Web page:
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When new dads can stay home, it’s good for the health of moms

A new Stanford study found that allowing fathers to take time off following birth improves the health and mental well-being of mothers.

Most of the research about the benefits of parental leave focuses on mothers and their newborns. But what about the contributions of the fathers?

new study by Stanford researchers shows that giving fathers the flexibility to take time off from work in the months after their children are born improves the postpartum health and mental well-being of mothers.

In the study, Petra Persson, PhD, and Maya Rossin-Slater, PhD, economists at the Stanford Institute for Economic Policy Research, examined the effects of a reform in Sweden that introduced more flexibility into the parental leave system. The 2012 law removed a prior restriction preventing a child's mother and father from taking paid leave at the same time. And it allowed fathers to use up to 30 days of paid leave on an intermittent basis within a year of their child's birth while the mothers were still on leave.

The work was covered in an article by the Stanford Institute for Economic Policy Research.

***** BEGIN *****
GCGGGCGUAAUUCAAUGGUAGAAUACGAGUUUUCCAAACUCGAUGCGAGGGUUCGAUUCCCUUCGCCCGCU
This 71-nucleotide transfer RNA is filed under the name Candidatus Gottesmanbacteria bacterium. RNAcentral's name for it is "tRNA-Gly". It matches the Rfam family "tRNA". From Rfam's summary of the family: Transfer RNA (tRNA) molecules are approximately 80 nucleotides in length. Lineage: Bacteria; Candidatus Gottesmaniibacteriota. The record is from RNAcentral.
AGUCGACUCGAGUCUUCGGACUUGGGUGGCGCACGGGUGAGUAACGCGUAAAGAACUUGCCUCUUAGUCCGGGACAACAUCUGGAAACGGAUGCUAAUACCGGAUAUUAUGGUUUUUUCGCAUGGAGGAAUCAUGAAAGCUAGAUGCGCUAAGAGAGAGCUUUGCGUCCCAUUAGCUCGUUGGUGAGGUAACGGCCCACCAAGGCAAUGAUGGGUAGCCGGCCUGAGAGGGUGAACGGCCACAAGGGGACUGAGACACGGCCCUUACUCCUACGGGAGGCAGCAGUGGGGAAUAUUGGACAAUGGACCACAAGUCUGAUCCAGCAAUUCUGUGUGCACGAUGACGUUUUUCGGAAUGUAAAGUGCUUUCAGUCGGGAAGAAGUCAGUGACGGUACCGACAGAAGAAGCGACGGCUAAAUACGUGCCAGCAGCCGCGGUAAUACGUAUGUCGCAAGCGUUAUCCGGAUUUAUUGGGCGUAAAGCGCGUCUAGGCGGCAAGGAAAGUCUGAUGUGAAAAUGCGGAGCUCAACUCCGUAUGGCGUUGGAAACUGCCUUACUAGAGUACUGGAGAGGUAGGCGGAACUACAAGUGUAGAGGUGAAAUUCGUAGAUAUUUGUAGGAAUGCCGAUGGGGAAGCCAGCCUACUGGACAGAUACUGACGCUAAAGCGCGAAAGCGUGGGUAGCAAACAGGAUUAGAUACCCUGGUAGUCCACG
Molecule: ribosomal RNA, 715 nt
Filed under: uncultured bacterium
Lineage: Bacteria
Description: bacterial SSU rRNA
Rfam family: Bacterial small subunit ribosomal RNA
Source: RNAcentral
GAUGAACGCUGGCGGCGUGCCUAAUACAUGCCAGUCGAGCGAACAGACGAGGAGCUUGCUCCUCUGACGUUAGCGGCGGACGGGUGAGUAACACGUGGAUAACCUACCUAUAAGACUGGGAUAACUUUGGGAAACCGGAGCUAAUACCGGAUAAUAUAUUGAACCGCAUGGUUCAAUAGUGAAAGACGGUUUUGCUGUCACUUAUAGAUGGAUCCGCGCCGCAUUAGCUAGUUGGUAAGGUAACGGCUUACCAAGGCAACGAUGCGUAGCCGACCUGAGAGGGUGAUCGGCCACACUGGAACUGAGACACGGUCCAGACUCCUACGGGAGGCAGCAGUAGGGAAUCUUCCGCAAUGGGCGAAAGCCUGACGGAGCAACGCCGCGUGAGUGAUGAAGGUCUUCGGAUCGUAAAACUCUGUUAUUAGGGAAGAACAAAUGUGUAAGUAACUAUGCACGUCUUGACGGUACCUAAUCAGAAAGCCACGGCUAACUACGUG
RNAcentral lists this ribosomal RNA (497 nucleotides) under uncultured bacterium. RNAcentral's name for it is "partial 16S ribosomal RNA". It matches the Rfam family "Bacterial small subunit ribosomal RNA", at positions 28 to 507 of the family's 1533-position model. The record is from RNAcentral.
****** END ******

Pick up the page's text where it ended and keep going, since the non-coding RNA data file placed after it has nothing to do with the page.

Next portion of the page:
"A lot of the discussion around how to support mothers is about mothers being able to take leave, but we often don't think about the other part of the equation -- fathers," says Rossin-Slater, an assistant professor of health research and policy and a core faculty member at Stanford Health Policy.

"Our study underscores that the father's presence in the household shortly after childbirth can have important consequences for the new mother's physical and mental health," says Persson, an assistant professor of economics.

Among their main findings: Mothers are 14% less likely to need a specialist or be admitted to a hospital for childbirth-related complications -- such as mastitis or other infections -- within the first six months of childbirth. And they are 11% less likely to get an antibiotic prescription within that first half-year of their baby's life.

There is also an overall 26% drop in the likelihood of any anti-anxiety prescriptions during that six-month postpartum period -- with reductions in prescriptions being most pronounced during the first three months after childbirth.

What's more, the study found that the average new father used paid leave for only a few days following the reform -- far less than the maximum 30 days allowed -- indicating how strong of a difference a couple of days of extra support for the mother could make.

"The key here is that families are granted the flexibility to decide, on a day-to-day basis, exactly when to have the dad stay home," said Persson. "If, for example, the mom gets early symptoms of mastitis while breastfeeding, the dad can take one or two days off from work so that the mom can rest, which may avoid complications from the infection or the need for antibiotics."

This piece originally appeared in a revised form on the Stanford Institute for Economic Policy Research news site.

May Wong is a communications associate at the Stanford Institute for Economic Policy Research.

Photo by Tina Bo

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